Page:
It seems almost blasphemous to suggest that credit unions no longer need to build branches to expand. Yet in the dynamic and rapidly changing market for financial services, it is a question that should be discussed during every 2010 planning session.

Yes, I know all of the arguments for expanding branch networks…your members like to come into the branch, your branches provide visibility in the community, your branches provide specific services that cannot easily be replaced, and so forth. They are all valid arguments and they ring very true for the long term members of most credit unions.

But the reality is that branch banking is a specific business model that may or may not be the right one for the future of your credit union. It depends upon the demographics of your membership, how tech-savvy they are, and what they want from your credit union. It also depends upon the competition in your market and the alternatives available to your current and prospective members.

The bottom line is that any or all of these factors can change your business model and require you to do something in the future that goes against everything that has seemed logical in the past. To move forward with the assumption that branches will be a necessary component of your growth without exploring other options and evaluating your current business model would make about as much sense as approving a loan without reviewing capacity, credit, capital and collateral!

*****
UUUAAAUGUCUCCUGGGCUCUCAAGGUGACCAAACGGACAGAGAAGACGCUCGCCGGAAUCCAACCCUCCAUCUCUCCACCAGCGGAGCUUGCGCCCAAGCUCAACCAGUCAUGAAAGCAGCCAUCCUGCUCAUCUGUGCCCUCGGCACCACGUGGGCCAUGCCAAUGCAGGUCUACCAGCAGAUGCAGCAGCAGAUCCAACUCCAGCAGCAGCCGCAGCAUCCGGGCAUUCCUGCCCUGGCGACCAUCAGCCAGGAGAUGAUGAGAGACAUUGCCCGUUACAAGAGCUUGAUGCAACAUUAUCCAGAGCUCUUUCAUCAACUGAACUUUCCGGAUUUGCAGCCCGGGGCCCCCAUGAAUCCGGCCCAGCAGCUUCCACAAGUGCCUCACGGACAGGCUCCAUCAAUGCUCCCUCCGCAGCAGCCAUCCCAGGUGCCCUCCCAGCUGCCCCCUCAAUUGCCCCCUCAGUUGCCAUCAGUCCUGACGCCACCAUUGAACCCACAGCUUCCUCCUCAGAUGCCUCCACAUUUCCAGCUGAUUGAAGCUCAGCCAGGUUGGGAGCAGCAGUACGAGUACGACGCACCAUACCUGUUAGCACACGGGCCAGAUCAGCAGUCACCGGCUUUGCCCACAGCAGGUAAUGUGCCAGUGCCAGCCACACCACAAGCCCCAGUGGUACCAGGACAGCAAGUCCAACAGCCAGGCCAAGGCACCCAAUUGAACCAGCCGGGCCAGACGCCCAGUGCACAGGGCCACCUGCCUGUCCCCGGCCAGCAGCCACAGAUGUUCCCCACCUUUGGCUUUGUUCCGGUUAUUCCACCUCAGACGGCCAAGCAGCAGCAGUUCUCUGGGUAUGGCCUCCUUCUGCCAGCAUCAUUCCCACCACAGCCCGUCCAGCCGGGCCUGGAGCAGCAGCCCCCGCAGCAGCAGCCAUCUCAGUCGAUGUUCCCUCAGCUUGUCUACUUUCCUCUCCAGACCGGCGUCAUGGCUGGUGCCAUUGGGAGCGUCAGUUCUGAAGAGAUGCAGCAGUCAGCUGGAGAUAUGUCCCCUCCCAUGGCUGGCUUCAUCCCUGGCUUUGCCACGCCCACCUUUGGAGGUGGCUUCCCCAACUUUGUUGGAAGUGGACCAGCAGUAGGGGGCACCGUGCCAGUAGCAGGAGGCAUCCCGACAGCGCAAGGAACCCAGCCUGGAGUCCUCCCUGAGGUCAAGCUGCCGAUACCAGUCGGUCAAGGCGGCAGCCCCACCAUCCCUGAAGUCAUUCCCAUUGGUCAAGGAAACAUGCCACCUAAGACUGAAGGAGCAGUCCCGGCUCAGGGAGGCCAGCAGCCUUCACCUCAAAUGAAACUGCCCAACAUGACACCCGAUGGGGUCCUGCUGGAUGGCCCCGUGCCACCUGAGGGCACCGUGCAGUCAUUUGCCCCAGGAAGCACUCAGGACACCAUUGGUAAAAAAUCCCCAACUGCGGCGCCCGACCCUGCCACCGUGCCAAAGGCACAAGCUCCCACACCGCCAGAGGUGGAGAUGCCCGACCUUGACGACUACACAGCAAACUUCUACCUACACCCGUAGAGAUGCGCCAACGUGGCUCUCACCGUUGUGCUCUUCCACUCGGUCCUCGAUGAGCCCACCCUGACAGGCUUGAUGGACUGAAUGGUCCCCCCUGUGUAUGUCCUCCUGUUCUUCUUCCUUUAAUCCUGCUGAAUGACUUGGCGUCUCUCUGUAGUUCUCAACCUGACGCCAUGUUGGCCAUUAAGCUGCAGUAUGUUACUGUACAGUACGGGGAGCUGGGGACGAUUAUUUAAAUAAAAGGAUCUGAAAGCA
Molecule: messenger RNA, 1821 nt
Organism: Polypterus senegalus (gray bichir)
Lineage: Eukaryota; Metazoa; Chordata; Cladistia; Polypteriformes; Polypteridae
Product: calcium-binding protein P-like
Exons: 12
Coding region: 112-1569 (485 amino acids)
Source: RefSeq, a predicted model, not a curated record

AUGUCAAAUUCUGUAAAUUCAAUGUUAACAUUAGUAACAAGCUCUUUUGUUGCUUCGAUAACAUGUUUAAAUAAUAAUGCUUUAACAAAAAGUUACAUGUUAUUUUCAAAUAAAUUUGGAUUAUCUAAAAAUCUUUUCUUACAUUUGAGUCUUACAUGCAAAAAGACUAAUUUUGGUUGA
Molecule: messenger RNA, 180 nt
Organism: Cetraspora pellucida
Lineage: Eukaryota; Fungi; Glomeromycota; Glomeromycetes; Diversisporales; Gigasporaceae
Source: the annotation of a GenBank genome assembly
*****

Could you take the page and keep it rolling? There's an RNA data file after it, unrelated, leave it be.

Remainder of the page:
ACTION ADVICE: Include the five questions below in your planning discussion this year as you consider pathways for growth for your credit union. Test the limits a bit and push your thinking beyond ‘what has always been’ to ‘what could possibly be’–it will be a revealing and insightful discussion that may shed light on some new and powerful possibilities that would not otherwise be considered.

1. Branch Contribution…What is the current profile of your branches in terms of contribution to the profitability of your credit union? What differentiates your most profitable branches from your least profitable branches?

2. Branch Pay-Off…How long does it take to recover the investment, how soon is a new branch profitable, and how much new business is produced from a new branch?

3. Branch Alternatives…Are there ways to service your current (and potential) members that do not involve building new full-service branches, such as un-staffed kiosks, shared branching networks, full-service ATMs, shared locations with other businesses (not necessarily in the financial services industry), acquiring a branch from another credit union, etc.

4. Branch Location…When you build a new branch, are you expanding your member base or shifting points of access for your current members?

5. Branch Development…What is the lead time necessary to create sufficient traffic to justify a new full-service branch? Are there any possible intermediate steps that should be considered to develop the market before making the investment?